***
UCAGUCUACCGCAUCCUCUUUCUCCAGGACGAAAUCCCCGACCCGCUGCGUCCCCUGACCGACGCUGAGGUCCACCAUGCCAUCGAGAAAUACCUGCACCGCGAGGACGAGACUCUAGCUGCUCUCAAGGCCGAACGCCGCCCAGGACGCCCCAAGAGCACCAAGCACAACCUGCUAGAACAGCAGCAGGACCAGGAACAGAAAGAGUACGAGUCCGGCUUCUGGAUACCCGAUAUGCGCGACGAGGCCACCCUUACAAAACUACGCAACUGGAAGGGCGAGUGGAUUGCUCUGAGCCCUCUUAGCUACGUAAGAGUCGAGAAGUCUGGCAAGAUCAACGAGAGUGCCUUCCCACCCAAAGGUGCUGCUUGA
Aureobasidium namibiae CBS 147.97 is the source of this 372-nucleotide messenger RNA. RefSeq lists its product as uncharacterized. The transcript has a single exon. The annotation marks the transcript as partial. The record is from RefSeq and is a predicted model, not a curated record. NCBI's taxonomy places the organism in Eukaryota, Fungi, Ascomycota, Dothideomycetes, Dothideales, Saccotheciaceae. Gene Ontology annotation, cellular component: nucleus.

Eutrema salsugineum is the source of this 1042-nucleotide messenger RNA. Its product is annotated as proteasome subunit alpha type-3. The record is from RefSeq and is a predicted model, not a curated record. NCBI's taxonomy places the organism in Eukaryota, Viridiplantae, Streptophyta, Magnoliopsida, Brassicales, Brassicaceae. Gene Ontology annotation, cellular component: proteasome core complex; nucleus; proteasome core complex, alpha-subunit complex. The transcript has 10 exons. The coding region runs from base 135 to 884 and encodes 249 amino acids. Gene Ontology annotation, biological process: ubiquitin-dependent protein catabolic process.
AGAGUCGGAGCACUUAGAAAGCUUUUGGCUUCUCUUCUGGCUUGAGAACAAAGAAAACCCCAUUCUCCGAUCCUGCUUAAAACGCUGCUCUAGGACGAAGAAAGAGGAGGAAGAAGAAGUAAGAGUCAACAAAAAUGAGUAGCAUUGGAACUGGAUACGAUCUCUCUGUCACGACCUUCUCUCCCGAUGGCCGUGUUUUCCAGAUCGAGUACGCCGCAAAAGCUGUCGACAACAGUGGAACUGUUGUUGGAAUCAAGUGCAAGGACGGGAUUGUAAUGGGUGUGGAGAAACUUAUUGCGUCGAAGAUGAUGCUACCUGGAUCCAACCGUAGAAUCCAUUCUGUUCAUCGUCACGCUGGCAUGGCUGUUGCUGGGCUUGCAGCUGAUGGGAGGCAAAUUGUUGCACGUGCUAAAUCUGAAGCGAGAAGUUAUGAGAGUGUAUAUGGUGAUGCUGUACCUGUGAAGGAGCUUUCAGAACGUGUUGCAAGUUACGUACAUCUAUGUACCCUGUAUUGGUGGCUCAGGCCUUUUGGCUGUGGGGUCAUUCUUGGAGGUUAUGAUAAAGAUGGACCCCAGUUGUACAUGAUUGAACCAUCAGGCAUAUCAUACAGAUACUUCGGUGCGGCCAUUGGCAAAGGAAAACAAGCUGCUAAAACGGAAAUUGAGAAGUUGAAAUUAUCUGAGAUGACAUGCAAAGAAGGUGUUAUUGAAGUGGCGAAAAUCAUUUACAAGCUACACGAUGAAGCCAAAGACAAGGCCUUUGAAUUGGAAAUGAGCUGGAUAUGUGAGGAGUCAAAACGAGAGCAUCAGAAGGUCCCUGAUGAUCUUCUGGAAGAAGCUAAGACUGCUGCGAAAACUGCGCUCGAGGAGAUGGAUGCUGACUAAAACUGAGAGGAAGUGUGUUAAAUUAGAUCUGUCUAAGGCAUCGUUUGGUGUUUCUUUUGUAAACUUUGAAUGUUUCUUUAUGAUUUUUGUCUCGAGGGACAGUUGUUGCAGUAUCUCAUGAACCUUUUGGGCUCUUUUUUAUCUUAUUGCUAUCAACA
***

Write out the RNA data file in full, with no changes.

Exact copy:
UCAGUCUACCGCAUCCUCUUUCUCCAGGACGAAAUCCCCGACCCGCUGCGUCCCCUGACCGACGCUGAGGUCCACCAUGCCAUCGAGAAAUACCUGCACCGCGAGGACGAGACUCUAGCUGCUCUCAAGGCCGAACGCCGCCCAGGACGCCCCAAGAGCACCAAGCACAACCUGCUAGAACAGCAGCAGGACCAGGAACAGAAAGAGUACGAGUCCGGCUUCUGGAUACCCGAUAUGCGCGACGAGGCCACCCUUACAAAACUACGCAACUGGAAGGGCGAGUGGAUUGCUCUGAGCCCUCUUAGCUACGUAAGAGUCGAGAAGUCUGGCAAGAUCAACGAGAGUGCCUUCCCACCCAAAGGUGCUGCUUGA
Aureobasidium namibiae CBS 147.97 is the source of this 372-nucleotide messenger RNA. RefSeq lists its product as uncharacterized. The transcript has a single exon. The annotation marks the transcript as partial. The record is from RefSeq and is a predicted model, not a curated record. NCBI's taxonomy places the organism in Eukaryota, Fungi, Ascomycota, Dothideomycetes, Dothideales, Saccotheciaceae. Gene Ontology annotation, cellular component: nucleus.

Eutrema salsugineum is the source of this 1042-nucleotide messenger RNA. Its product is annotated as proteasome subunit alpha type-3. The record is from RefSeq and is a predicted model, not a curated record. NCBI's taxonomy places the organism in Eukaryota, Viridiplantae, Streptophyta, Magnoliopsida, Brassicales, Brassicaceae. Gene Ontology annotation, cellular component: proteasome core complex; nucleus; proteasome core complex, alpha-subunit complex. The transcript has 10 exons. The coding region runs from base 135 to 884 and encodes 249 amino acids. Gene Ontology annotation, biological process: ubiquitin-dependent protein catabolic process.
AGAGUCGGAGCACUUAGAAAGCUUUUGGCUUCUCUUCUGGCUUGAGAACAAAGAAAACCCCAUUCUCCGAUCCUGCUUAAAACGCUGCUCUAGGACGAAGAAAGAGGAGGAAGAAGAAGUAAGAGUCAACAAAAAUGAGUAGCAUUGGAACUGGAUACGAUCUCUCUGUCACGACCUUCUCUCCCGAUGGCCGUGUUUUCCAGAUCGAGUACGCCGCAAAAGCUGUCGACAACAGUGGAACUGUUGUUGGAAUCAAGUGCAAGGACGGGAUUGUAAUGGGUGUGGAGAAACUUAUUGCGUCGAAGAUGAUGCUACCUGGAUCCAACCGUAGAAUCCAUUCUGUUCAUCGUCACGCUGGCAUGGCUGUUGCUGGGCUUGCAGCUGAUGGGAGGCAAAUUGUUGCACGUGCUAAAUCUGAAGCGAGAAGUUAUGAGAGUGUAUAUGGUGAUGCUGUACCUGUGAAGGAGCUUUCAGAACGUGUUGCAAGUUACGUACAUCUAUGUACCCUGUAUUGGUGGCUCAGGCCUUUUGGCUGUGGGGUCAUUCUUGGAGGUUAUGAUAAAGAUGGACCCCAGUUGUACAUGAUUGAACCAUCAGGCAUAUCAUACAGAUACUUCGGUGCGGCCAUUGGCAAAGGAAAACAAGCUGCUAAAACGGAAAUUGAGAAGUUGAAAUUAUCUGAGAUGACAUGCAAAGAAGGUGUUAUUGAAGUGGCGAAAAUCAUUUACAAGCUACACGAUGAAGCCAAAGACAAGGCCUUUGAAUUGGAAAUGAGCUGGAUAUGUGAGGAGUCAAAACGAGAGCAUCAGAAGGUCCCUGAUGAUCUUCUGGAAGAAGCUAAGACUGCUGCGAAAACUGCGCUCGAGGAGAUGGAUGCUGACUAAAACUGAGAGGAAGUGUGUUAAAUUAGAUCUGUCUAAGGCAUCGUUUGGUGUUUCUUUUGUAAACUUUGAAUGUUUCUUUAUGAUUUUUGUCUCGAGGGACAGUUGUUGCAGUAUCUCAUGAACCUUUUGGGCUCUUUUUUAUCUUAUUGCUAUCAACA